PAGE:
The Athletics' Trade for Zobrist and Escobar Shows They're Not Throwing in the Towel in 2015
When you think of the best players in baseball, Ben Zobrist is not one of the names that typically leaps to mind.
Sure, for folks like me who love baseball and follow it closely, we know about Zobrist. We know how versatile he is, how solid he is at the plate, and his ability to play virtually anywhere on the diamond at a high level. He is the ultimate utility player, a guy whose value isn't really known until he's on your team.
So it makes a lot of sense that Oakland has traded for the Tampa Bay Rays' veteran, as well shortstop Yunel Escobar, in exchange for John Jaso, shortstop prospect Daniel Robertson and outfield prospect Boog Powell (no relation to the former Baltimore great).
The headliner of the deal is the 33-year-old Zobrist, who quite simply has been one of the most valuable players in the game since 2009.
Last year he hit .272/.354/.395 with 10 homers, 34 doubles, a weighted on-base average (wOBA) of .333 and a weighted runs created (wRC+) of 119. He's a career .264/.354/.429 hitter, with a walk rate of 11.5% and strikeout rate of just 12.8%. His FanGraphs wins above replacement last year was 5.7, and in the five years before that, he was worth 8.5, 3.7, 6.3, 5.9 and 5.4 wins above replacement.
His nERD of 0.86 means a lineup full of Zobrists would have generated 0.86 runs a game more than a league average player, 85th-best in the Majors. However, Zobrist garners much of his value from saving runs, with a defensive runs saved (DRS) of +11 last year.
Zobrist will mainly play second base for Oakland, a position they desperately needed to upgrade. but he has the capability of playing five positions (second, third, left, center and right field). Before the trade, the A's had Eric Sogard penciled in as their starting second baseman for 2015. Last year, Sogard hit .223/.298/.268 and was worth 0.3 fWAR. He'll become a valuable utility player in '15.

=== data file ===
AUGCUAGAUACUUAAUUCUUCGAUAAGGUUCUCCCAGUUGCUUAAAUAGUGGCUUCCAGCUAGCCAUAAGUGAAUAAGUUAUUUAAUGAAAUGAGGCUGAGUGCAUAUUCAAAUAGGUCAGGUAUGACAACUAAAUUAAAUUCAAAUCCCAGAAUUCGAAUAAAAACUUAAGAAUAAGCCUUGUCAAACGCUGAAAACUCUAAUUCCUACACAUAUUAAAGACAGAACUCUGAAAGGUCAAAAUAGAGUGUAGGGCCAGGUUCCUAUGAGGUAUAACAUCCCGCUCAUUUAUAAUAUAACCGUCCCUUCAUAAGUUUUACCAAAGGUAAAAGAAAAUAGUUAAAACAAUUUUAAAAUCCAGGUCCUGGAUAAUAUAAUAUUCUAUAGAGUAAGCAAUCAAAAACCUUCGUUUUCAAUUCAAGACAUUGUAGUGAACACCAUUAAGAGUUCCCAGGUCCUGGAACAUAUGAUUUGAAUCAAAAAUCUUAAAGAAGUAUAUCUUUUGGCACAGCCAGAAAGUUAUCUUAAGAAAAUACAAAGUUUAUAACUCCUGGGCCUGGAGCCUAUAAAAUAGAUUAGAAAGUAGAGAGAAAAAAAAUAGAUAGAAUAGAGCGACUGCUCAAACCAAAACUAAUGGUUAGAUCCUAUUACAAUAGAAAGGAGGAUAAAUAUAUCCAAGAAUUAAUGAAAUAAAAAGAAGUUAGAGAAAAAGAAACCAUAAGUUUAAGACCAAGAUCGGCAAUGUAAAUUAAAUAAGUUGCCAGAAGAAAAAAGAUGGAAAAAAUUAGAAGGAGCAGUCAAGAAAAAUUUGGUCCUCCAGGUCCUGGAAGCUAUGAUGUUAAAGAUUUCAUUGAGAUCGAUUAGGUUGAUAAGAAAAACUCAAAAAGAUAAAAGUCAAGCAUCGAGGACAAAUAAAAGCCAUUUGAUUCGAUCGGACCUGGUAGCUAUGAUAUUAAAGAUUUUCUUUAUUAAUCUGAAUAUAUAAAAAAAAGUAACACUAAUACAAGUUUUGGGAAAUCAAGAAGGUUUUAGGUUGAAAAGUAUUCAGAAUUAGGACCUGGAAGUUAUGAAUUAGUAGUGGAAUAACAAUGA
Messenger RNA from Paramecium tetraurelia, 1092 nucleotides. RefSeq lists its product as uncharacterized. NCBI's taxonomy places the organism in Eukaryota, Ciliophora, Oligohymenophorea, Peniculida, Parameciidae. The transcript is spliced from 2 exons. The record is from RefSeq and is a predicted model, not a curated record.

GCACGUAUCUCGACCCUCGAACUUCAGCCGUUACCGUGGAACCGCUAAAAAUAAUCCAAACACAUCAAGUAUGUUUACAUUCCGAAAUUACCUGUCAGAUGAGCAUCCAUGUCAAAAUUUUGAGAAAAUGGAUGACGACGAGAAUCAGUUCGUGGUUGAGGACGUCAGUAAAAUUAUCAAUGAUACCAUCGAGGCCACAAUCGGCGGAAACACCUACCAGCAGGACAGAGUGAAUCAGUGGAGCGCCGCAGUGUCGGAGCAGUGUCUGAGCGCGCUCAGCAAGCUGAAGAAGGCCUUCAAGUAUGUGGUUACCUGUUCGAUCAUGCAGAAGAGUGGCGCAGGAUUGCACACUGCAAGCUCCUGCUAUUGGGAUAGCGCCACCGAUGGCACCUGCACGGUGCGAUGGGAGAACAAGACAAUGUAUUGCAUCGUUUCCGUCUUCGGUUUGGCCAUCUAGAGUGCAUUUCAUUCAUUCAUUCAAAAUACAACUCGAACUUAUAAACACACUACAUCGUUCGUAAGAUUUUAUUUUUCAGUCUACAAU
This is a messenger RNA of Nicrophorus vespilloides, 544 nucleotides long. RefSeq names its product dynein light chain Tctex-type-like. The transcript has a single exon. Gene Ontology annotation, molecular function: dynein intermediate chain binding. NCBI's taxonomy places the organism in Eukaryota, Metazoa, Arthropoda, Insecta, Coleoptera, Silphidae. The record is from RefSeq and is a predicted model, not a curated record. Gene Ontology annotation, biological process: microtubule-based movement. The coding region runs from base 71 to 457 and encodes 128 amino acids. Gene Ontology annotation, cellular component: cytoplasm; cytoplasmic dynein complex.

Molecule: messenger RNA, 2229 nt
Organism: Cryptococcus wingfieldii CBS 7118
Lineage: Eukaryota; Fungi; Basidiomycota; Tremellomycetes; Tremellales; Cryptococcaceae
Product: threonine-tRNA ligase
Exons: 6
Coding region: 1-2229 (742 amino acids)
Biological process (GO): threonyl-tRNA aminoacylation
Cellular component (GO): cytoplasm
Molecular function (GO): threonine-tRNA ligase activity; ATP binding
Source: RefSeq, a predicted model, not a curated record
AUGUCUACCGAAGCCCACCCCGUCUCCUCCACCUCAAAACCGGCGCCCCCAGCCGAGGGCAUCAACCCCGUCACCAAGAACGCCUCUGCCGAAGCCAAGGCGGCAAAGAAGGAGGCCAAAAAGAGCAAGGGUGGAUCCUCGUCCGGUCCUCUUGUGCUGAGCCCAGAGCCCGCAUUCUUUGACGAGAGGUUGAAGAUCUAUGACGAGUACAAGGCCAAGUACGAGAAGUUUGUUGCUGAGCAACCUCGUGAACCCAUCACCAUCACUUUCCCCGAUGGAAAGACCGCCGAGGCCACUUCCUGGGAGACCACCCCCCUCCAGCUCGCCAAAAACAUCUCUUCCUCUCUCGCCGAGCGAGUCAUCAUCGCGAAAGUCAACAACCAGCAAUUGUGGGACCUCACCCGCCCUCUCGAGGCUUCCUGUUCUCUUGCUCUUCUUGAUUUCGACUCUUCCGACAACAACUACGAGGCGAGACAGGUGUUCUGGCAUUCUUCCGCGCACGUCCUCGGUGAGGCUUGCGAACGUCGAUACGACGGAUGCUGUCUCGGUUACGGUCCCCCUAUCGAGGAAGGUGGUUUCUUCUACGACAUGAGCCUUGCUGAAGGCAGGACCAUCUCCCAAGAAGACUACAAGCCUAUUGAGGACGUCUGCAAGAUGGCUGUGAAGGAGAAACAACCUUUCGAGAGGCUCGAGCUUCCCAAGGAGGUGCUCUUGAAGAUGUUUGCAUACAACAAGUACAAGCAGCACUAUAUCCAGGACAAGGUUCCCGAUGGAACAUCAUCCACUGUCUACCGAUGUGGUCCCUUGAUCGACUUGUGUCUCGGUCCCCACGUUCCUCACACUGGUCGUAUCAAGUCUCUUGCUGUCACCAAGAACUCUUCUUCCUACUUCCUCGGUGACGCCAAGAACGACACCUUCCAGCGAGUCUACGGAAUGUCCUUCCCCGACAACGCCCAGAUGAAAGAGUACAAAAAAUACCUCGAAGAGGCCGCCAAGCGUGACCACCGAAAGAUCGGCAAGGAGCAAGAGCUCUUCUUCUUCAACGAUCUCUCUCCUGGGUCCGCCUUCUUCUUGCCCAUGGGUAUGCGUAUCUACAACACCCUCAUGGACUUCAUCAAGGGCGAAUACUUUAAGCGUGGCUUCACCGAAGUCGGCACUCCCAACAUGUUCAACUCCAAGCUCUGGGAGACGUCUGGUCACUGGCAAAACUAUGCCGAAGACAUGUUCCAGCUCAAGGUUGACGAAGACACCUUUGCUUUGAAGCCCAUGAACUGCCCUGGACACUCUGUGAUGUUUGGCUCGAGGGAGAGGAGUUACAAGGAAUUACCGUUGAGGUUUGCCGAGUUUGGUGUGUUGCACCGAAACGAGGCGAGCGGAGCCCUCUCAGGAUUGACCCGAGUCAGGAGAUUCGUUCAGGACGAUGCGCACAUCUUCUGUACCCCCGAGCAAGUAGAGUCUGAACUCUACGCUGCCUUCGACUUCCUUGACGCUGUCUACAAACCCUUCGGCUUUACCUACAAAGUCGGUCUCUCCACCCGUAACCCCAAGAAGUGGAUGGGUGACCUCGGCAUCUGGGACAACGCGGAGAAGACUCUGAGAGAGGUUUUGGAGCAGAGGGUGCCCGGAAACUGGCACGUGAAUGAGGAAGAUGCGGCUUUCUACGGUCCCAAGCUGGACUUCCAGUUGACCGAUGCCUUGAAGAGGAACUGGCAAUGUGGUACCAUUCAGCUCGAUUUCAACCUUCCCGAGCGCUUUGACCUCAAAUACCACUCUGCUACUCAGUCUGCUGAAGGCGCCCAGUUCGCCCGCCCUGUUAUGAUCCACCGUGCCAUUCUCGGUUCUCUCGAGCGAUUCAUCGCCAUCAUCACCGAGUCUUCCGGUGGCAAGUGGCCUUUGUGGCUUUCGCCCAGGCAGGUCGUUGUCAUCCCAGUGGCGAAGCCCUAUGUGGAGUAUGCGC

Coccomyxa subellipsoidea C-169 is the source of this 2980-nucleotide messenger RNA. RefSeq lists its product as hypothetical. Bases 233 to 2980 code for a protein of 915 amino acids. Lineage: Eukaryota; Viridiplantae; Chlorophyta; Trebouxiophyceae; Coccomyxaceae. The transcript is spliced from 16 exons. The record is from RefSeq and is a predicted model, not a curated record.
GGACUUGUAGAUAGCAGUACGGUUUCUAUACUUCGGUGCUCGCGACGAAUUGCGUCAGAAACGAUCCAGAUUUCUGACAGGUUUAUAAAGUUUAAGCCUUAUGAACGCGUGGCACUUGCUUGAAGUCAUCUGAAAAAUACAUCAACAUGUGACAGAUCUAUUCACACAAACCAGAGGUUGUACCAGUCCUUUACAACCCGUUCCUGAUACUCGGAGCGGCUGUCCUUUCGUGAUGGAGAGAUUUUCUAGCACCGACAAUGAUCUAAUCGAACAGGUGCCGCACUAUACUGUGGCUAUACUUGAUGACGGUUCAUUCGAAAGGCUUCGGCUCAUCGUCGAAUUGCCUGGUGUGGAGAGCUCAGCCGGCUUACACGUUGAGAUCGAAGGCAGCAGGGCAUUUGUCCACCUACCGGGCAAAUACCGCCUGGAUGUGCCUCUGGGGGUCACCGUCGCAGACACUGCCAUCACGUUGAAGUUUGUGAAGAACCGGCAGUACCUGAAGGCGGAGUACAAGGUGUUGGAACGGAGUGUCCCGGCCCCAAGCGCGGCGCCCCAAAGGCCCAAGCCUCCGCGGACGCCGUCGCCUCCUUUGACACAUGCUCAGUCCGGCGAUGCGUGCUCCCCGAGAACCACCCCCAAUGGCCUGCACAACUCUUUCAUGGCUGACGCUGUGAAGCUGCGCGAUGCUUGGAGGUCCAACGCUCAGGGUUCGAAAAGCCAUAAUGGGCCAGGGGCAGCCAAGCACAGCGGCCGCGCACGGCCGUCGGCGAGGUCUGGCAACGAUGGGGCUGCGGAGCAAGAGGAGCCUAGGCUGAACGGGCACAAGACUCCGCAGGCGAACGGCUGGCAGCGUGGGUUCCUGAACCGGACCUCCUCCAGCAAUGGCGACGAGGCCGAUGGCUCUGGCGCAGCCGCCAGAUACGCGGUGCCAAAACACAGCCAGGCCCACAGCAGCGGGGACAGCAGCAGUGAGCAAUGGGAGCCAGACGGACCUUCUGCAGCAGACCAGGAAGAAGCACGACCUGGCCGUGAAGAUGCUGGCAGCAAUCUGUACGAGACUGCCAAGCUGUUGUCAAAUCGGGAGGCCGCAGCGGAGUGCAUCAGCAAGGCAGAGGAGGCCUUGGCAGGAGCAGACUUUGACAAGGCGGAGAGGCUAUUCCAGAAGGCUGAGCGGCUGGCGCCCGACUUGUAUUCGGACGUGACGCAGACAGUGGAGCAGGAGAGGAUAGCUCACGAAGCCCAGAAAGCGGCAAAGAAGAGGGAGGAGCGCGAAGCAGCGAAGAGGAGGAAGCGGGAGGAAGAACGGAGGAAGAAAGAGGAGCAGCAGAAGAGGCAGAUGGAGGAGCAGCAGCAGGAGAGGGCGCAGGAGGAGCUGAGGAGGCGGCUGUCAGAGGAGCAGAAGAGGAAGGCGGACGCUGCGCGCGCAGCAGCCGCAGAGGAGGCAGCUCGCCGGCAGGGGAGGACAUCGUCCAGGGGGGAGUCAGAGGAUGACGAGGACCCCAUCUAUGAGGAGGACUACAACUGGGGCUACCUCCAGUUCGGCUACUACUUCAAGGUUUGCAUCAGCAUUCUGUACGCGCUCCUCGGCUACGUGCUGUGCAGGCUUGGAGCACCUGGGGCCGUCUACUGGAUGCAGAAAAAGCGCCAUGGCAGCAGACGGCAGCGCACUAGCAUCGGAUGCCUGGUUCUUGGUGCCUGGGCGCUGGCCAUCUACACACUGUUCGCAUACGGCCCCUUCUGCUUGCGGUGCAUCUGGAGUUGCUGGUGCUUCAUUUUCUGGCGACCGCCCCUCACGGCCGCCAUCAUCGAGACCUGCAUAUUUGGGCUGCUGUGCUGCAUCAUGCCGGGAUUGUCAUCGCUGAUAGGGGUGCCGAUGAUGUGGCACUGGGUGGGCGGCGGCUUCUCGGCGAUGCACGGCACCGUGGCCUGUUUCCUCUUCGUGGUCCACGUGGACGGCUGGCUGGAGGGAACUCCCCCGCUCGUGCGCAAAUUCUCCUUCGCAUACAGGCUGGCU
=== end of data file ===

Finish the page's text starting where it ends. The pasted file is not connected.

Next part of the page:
Oakland also shored up their shortstop position with the addition of Escobar, who was only worth 0.2 fWAR while hitting .258/.324/.340 in 529 PAs for Tampa last year, with a nERD of -0.47. Throughout his career, Escobar has been a decent fielder, but in his age-31 season in 2014, was rated as a below-average defensive player, with a staggering DRS of -24.
That -24 DRS is a huge departure from previous seasons, when he was a +48 in defensive runs saved as a shortstop. Oakland is undoubtedly hoping last year was a fluky season defensively for Escobar, and that he will return to being the four-win player he was for the Rays in 2009, 2011 and 2013.
For the Rays, this was all about dumping salary and selling high on a player who was in the last year of his contract. Zobrist will earn $7.5 million this season and is in line for a huge salary bump as a free agent after the 2015 season. They also free themselves of Escobar's contract, which is slated to pay him $5 million this year and $7 million in 2016. They also receive a decent catcher in Jaso, who hit .264/.337/.430 slash line last season, and is a career .259/.359/.399 backstop.
With this move, A's general manager Billy Beane showed his not ready to give up on 2015 just yet. After trading away Josh Donaldson, Jeff Samardzija, Derek Norris and Brandon Moss this off-season, Beane replenished his everyday lineup with two professionals that have a chance to make the A's much stronger up the middle. Zobrist gives Oakland tremendous flexibility, and Escobar should be an upgrade if he can get his defensive woes straightened out. They also join an infield with newcomers at third base, Brett Lawrie, and first base, Ike Davis and Billy Butler.
That's quite a facelift. And if things don't go well for Oakland in the first half, they can always turn around and trade Zobrist for a set of prospects at the trade deadline.
We'll see if it's enough to keep Oakland in contention in a very competitive American League West in 2015.